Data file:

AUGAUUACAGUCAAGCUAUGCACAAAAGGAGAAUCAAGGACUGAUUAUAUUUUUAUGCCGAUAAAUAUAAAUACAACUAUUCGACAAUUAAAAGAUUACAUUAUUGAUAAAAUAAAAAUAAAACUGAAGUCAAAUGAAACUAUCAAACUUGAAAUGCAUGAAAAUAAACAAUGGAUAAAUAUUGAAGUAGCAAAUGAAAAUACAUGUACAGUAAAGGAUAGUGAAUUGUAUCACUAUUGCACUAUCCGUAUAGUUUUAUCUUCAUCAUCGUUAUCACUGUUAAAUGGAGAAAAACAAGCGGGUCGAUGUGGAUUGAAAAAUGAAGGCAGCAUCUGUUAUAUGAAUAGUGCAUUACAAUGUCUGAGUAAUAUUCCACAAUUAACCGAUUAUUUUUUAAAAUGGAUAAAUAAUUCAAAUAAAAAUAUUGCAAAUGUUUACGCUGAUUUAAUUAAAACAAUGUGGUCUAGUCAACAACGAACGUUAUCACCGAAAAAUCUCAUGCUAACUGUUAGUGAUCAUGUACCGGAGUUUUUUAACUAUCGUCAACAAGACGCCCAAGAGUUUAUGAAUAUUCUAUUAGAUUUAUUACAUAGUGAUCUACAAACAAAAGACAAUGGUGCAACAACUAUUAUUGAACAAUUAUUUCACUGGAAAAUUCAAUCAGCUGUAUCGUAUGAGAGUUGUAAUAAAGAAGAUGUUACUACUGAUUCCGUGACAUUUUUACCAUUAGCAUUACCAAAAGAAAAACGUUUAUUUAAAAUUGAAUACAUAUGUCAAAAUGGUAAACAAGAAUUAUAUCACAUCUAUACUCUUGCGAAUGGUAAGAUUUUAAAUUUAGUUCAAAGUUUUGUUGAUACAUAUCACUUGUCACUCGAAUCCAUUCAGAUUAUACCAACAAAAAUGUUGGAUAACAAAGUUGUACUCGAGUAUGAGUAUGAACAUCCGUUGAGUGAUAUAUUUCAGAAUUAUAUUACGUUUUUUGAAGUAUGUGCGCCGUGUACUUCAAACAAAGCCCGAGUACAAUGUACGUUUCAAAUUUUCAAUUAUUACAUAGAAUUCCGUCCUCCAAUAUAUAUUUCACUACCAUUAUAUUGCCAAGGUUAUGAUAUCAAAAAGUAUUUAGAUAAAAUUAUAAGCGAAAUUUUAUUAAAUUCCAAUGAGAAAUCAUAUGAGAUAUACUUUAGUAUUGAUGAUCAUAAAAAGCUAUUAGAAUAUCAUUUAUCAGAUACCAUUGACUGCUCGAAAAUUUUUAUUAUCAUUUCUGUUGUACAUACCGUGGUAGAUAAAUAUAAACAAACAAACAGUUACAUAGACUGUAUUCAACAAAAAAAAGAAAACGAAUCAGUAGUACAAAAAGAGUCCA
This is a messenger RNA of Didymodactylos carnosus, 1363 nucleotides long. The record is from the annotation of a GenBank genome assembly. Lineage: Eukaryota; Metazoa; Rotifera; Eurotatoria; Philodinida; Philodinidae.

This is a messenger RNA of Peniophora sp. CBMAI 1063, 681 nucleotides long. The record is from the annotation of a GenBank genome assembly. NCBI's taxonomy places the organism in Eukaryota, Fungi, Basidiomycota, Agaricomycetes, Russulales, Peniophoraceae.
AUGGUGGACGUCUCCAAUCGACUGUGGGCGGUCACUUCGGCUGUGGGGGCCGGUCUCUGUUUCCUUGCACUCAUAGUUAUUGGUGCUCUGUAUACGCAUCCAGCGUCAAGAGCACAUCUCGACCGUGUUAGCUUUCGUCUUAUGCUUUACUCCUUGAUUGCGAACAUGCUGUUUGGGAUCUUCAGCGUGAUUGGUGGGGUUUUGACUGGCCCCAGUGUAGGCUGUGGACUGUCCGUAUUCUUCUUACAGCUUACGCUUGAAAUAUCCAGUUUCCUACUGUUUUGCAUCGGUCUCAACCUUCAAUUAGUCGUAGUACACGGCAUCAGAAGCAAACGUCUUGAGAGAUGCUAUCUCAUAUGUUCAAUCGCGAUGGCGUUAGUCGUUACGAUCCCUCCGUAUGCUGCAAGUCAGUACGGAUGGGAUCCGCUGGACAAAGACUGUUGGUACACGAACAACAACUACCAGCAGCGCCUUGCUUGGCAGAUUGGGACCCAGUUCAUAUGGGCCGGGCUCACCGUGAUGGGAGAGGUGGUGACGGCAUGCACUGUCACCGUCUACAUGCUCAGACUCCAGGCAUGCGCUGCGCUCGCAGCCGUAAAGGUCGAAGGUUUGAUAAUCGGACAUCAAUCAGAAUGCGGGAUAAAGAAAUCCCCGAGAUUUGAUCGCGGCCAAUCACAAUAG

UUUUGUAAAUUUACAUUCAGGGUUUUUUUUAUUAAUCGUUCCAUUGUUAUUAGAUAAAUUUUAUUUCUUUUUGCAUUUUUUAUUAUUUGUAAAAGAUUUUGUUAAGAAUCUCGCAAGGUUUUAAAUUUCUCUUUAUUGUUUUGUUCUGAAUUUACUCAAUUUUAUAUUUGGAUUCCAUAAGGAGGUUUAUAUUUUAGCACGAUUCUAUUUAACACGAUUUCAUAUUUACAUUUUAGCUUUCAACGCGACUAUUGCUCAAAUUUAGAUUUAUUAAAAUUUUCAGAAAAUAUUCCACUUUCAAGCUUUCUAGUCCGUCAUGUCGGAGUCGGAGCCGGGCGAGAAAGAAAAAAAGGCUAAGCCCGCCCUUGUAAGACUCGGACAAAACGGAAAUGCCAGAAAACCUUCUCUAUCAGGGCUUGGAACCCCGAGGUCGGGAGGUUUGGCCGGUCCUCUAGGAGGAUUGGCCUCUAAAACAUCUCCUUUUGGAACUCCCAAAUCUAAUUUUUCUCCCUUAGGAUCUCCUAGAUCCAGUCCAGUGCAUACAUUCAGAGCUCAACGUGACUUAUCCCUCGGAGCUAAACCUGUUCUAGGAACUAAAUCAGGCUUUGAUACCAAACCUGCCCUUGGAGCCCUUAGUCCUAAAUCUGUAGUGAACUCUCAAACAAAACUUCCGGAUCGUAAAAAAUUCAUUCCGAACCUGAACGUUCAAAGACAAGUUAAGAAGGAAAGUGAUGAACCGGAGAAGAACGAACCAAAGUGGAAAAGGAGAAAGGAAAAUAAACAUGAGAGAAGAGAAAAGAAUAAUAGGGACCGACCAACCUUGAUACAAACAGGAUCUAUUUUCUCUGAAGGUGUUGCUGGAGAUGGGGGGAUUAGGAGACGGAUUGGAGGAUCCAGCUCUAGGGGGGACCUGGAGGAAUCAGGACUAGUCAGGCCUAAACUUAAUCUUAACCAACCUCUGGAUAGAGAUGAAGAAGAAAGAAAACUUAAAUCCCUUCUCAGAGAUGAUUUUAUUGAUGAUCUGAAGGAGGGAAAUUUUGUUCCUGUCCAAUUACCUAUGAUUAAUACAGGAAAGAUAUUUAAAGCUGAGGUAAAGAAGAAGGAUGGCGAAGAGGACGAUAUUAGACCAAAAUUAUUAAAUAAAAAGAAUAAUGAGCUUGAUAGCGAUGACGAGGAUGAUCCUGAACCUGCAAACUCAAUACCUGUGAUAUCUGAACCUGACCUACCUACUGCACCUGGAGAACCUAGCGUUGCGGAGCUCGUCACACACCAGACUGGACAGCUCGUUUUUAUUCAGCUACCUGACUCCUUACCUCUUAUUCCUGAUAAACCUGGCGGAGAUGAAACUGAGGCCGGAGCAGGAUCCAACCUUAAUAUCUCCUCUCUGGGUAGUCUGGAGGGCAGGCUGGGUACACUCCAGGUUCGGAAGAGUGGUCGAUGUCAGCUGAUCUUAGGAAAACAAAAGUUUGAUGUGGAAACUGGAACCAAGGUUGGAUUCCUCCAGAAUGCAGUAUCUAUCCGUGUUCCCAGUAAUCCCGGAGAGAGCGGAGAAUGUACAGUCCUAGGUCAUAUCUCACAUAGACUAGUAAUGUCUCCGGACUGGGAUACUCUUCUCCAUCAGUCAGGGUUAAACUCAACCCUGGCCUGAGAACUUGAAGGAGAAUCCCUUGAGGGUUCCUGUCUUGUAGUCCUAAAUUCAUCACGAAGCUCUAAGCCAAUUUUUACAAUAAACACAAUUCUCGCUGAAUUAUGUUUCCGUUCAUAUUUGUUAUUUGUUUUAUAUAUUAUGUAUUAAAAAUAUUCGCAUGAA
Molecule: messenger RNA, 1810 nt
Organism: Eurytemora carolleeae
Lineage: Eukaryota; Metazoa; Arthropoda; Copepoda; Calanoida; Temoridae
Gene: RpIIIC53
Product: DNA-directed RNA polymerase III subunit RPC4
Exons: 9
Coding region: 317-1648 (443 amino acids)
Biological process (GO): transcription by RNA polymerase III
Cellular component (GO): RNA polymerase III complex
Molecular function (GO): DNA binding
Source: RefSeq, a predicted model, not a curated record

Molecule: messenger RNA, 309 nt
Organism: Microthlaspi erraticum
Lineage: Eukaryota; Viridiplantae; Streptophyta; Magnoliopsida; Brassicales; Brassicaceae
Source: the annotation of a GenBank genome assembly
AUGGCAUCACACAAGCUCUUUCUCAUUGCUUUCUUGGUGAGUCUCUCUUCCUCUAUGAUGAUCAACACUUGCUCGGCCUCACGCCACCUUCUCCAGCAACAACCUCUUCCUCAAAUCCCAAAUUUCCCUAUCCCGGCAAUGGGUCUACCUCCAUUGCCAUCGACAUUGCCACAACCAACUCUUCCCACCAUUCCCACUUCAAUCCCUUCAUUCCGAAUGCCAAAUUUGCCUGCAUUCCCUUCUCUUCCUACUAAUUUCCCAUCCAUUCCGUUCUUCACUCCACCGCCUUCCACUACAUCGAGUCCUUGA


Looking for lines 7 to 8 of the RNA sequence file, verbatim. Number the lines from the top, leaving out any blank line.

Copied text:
Organism: Eurytemora carolleeae
Lineage: Eukaryota; Metazoa; Arthropoda; Copepoda; Calanoida; Temoridae